The American Academy of Pediatrics also told MedPage Today in an email that separate billing is “not a new practice,” rather a “broader reflection” of financial pressures affecting pediatric practices. These pressures include rising costs without increases in payment and the need to charge for additional services beyond the scope of traditional wellness visits.
For its part, Atrium Health said that “separate billing has been a common practice at healthcare systems around the country for quite some time,” in an emailed statement. And the health system cited an example of “discussing a new skin rash or a pain concern during an annual physical exam.” Mass General Brigham did not return MedPage Today’s request for comment on the issue of separate billing.
Robertson: What are the concerns with separate billing?
Henderson: So Caitlin Donovan, senior director at the National Patient Advocate Foundation, told MedPage Today that she has heard about the issue repeatedly over the last 10 years. While the top concern she usually hears about is finance, a close second is patients wanting to know how to get their doctor to listen to them. “This kind of falls in the intersection,” she said. Separate billing may give patients the impression that an office visit with their physician is simply a financial transaction, or that they can’t raise important health issues during this time.
Robertson: Thank you for this report, Jennifer.
Henderson: Thanks, Rachael.
Kekoa Taparra already has a PhD and an MD – and he’ll have an MPH later this year. While relatively early in his career, Taparra is already making waves in the medical field. Not to mention that he’s the first Native Hawaiian to earn both an MD and PhD. Rachael wrote a profile of Taparra and she’s going to share more about him and his work.
So Rachael, let’s start with a bit about Taparra – is he from Hawaii? Has he always wanted to be a triple threat?
Robertson: Taparra definitely didn’t always know that he wanted to be a doctor. He grew up on O’ahu and none of his family worked in medicine. In fact, the first doctor he spoke with other than his pediatrician was his PhD advisor at Johns Hopkins University, Dr. Phuoc Tran. Tran is a physician-scientist and encouraged Taparra to do the same thing after hearing Taparra talk about how he lost nine of his family members to cancer.
Taparra completed his PhD in cellular and molecular medicine and then he moved on to his MD at the Mayo Clinic Alix School of Medicine in Minnesota. So now, Taparra is currently doing his fellowship at Stanford Medicine and is working on his MPH virtually through Hawai’i Pacific University. He’s the first Native Hawaiian to have both an MD and a PhD, but he always points out that he still comes from a strong cultural lineage of healers and that Native Hawaiians have a “deep, rich culture of people who have learned and passed down knowledge in other ways.”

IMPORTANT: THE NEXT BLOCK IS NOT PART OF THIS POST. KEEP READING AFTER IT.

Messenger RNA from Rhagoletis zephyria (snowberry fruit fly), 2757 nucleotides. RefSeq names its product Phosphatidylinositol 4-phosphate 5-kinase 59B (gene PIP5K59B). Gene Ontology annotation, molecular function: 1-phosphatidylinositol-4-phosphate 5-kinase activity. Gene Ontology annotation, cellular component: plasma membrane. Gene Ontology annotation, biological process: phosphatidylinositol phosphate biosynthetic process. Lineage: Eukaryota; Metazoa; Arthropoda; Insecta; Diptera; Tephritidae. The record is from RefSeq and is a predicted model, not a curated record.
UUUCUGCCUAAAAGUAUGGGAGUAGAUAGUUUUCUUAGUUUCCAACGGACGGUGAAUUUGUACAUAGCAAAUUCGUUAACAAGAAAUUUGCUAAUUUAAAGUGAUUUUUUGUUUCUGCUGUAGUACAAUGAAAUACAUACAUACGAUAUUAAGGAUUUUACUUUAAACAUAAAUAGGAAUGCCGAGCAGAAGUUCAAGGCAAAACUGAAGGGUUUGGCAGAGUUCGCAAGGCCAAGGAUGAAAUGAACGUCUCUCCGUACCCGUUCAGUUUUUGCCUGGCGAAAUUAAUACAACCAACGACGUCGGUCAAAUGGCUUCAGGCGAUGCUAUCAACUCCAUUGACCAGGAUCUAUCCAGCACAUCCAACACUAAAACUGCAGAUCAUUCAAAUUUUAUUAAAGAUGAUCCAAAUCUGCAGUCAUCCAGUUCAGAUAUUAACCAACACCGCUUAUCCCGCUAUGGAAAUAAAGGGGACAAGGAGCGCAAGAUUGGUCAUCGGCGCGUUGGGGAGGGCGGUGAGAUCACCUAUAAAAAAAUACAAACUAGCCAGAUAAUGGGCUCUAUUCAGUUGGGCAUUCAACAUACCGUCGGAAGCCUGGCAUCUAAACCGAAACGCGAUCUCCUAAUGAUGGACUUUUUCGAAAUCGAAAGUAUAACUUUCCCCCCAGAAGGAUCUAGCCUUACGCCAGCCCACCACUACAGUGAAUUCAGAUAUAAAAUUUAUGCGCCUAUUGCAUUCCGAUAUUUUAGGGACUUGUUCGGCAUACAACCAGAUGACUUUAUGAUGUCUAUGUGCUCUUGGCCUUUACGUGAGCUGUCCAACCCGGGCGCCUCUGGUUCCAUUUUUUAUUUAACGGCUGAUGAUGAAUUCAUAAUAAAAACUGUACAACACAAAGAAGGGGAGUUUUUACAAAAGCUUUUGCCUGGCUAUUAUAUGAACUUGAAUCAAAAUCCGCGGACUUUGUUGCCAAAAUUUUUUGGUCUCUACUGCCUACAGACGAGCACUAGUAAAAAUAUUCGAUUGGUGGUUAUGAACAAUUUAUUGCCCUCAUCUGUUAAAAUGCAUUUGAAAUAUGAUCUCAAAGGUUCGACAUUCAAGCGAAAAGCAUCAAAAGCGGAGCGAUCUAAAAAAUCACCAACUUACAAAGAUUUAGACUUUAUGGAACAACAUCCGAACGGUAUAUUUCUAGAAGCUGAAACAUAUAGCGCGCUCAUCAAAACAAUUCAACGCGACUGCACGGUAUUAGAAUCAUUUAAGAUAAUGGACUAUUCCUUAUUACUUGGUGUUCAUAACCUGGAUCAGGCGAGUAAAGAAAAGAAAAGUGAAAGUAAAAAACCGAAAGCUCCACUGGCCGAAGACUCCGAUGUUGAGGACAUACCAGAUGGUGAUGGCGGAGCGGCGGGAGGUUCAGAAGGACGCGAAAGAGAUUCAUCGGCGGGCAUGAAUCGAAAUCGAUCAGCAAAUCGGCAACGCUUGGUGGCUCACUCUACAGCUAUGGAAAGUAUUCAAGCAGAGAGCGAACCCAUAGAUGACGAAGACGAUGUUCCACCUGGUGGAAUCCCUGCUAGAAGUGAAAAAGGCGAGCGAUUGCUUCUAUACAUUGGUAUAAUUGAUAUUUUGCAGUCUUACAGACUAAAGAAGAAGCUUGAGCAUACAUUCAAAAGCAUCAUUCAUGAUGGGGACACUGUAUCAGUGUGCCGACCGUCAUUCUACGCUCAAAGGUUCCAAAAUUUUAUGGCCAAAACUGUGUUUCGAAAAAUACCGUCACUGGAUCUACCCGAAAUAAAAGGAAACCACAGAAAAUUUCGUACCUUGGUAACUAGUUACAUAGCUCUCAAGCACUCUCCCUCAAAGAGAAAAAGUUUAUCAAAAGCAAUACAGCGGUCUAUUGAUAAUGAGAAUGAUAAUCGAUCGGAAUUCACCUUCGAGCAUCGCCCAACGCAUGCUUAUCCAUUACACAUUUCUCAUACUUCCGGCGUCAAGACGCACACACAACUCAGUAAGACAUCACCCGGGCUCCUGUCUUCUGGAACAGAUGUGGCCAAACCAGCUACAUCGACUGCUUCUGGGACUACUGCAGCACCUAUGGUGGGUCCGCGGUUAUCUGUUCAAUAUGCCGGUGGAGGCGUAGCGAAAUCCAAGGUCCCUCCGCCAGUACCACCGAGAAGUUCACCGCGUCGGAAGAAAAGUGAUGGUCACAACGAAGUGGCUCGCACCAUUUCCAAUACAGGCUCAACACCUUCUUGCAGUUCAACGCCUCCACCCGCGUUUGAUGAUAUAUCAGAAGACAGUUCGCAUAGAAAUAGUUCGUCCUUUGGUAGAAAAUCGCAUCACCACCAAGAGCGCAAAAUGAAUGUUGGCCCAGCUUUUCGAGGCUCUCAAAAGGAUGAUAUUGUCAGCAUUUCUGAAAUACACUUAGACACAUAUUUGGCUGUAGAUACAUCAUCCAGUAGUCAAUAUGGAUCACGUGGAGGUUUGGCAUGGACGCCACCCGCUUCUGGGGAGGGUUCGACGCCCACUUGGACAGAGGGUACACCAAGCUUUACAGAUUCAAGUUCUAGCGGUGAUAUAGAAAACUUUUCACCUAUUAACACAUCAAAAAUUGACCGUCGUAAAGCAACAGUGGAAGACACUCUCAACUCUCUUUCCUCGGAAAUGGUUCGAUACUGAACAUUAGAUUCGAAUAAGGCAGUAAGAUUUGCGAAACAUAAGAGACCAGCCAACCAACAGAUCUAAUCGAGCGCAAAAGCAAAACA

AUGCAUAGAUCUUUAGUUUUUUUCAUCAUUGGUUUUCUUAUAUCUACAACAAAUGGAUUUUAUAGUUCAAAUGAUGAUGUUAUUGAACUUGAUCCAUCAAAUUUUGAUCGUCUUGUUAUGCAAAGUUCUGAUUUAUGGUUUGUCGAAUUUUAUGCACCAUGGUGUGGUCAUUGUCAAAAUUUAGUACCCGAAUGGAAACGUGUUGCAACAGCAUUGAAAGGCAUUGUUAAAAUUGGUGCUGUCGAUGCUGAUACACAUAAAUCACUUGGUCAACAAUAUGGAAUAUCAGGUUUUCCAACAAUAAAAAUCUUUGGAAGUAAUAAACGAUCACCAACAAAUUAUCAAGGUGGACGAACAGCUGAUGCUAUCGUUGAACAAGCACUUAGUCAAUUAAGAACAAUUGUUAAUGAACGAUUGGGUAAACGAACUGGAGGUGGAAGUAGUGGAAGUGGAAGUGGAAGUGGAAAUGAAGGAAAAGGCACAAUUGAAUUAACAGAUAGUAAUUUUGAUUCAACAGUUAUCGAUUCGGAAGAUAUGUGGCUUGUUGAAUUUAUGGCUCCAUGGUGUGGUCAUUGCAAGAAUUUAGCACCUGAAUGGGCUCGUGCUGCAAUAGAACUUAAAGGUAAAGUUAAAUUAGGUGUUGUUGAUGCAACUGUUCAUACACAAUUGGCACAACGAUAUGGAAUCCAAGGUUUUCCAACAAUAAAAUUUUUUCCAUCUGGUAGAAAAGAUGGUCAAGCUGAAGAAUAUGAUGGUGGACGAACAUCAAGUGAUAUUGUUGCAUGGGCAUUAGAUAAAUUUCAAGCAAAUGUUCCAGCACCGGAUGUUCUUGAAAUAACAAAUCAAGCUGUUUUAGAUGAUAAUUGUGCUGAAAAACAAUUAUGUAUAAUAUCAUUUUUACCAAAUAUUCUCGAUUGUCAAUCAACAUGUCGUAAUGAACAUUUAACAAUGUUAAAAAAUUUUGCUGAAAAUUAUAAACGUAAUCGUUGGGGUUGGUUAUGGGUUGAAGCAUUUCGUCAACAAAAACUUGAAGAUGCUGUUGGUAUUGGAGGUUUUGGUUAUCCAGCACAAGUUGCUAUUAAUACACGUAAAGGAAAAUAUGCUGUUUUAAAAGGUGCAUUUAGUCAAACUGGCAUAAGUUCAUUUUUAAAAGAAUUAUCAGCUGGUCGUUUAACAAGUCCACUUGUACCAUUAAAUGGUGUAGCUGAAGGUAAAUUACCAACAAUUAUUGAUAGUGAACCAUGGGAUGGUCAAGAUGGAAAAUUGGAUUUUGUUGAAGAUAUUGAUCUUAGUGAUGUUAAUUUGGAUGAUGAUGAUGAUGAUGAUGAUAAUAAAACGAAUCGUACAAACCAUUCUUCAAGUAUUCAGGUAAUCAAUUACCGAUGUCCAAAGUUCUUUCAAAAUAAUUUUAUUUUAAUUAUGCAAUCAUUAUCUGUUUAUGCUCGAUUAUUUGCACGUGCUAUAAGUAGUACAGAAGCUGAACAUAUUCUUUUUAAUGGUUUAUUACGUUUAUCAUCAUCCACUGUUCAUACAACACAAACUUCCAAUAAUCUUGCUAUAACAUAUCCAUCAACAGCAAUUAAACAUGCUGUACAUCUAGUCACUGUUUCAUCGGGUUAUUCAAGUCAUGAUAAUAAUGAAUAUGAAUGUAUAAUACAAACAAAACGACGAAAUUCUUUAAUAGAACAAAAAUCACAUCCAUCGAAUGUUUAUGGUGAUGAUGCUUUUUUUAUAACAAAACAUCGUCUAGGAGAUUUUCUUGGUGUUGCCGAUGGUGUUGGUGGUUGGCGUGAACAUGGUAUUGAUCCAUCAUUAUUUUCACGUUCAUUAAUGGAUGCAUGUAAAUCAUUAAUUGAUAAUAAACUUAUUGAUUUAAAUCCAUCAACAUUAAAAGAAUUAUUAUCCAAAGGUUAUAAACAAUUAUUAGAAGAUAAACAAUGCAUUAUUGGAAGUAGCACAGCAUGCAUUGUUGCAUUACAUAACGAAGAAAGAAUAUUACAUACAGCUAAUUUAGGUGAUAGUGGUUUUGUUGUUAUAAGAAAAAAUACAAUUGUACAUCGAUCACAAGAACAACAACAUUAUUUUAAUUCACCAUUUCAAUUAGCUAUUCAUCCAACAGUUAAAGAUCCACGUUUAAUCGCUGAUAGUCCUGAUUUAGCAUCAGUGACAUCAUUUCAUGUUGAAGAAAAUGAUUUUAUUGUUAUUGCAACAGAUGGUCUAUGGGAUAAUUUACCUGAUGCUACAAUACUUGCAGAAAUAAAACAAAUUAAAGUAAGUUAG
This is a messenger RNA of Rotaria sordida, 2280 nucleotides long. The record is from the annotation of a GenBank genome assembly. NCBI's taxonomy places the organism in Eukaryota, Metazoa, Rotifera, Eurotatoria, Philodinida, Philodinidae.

Henderson: Tell us more about his research. What are some of his contributions so far?
Robertson: Taparra and another one of his mentors Dr. Curtiland Deville, who runs the Johns Hopkins Proton Therapy Center, published a pivotal piece in the Journal of Oncology Practice. It detailed the cultural and historical context of cancer disparities for Native Hawaiian and Pacific Islander – NHPI – populations. The article explains how colonization impacts the current realities of NHPI folks and how that history continues to play out today. For instance, in Hawaii, Native Hawaiians are most likely to be uninsured and impoverished, which makes it especially hard to seek preventative care. The piece they wrote was chosen as the cover story for that issue. And now, Taparra has done a lot more work on NHPI health disparities in addition to his cancer research.
Another common theme in his work is data disaggregation. Up until 1997, Asian Americans and NHPI were lumped together, which Taparra said does a disservice to both groups, which face different kinds of disparities. For instance, in one of his studies, he found that compared to white patients, NHPI folks had inferior survival outcomes for common cancers, while Asians had better outcomes. Disaggregated data helps to bring those nuances to light.
Taparra told me it’s vital to “actually go into communities and engage with community members and incorporate them into the research practices so that we can deliver this optimized care in a culturally competent way that really leverages collaboration within the community.”
Henderson: It sounds like Taparra has connected his identity to his research.
Robertson: Taparra didn’t have NHPI mentors himself. I mean, he found meaningful connections with other mentors. But now he gets to be the NHPI mentor for earlier career students and residents himself. He created Taparra Labs, which is a team of mostly Native Hawaiian and Pacific Islander undergraduate, graduate, and medical students. The lab describes itself on its website as working “to further our understandings of the unique health disparities of Pacific Islanders in order to improve health outcomes for our future patients.”
I spoke with two of Taparra’s mentees and members of his lab who are both NHPI as well, and they had nothing but positive things to say about him. One said, “It was very, very comforting to know that there are people like me, who have very similar interests and goals,” and “you feel like you’re less alone, from a cultural perspective, and from a mission perspective – that there are other people out there trying to fight the same fight.”
Ultimately, Taparra hopes that his work will eventually lead him back home to Hawaii. But for now, he’s growing a community of NHPI researchers so that more people see themselves represented and understood in medicine.
Henderson: Thanks, Rachael, for your reporting.
Robertson: And that’s it for today. If you liked what you heard, leave us a review (on Apple or Spotify) wherever you listen to podcasts, and hit subscribe if you have not already. See you again soon.
This episode was hosted and produced by me, Rachael Robertson. Sound engineering by Greg Laub. Our guests were MedPage Today reporters Cheryl Clark, Jennifer Henderson, and Rachael Robertson. Links to their stories are in the show notes. MedPod Today is a production of MedPage Today. For more information about the show, check out medpagetoday.com/podcasts.
Rachael Robertson is a writer on the MedPage Today enterprise and investigative team, also covering OB/GYN news. Her print, data, and audio stories have appeared in Everyday Health, Gizmodo, the Bronx Times, and multiple podcasts. Follow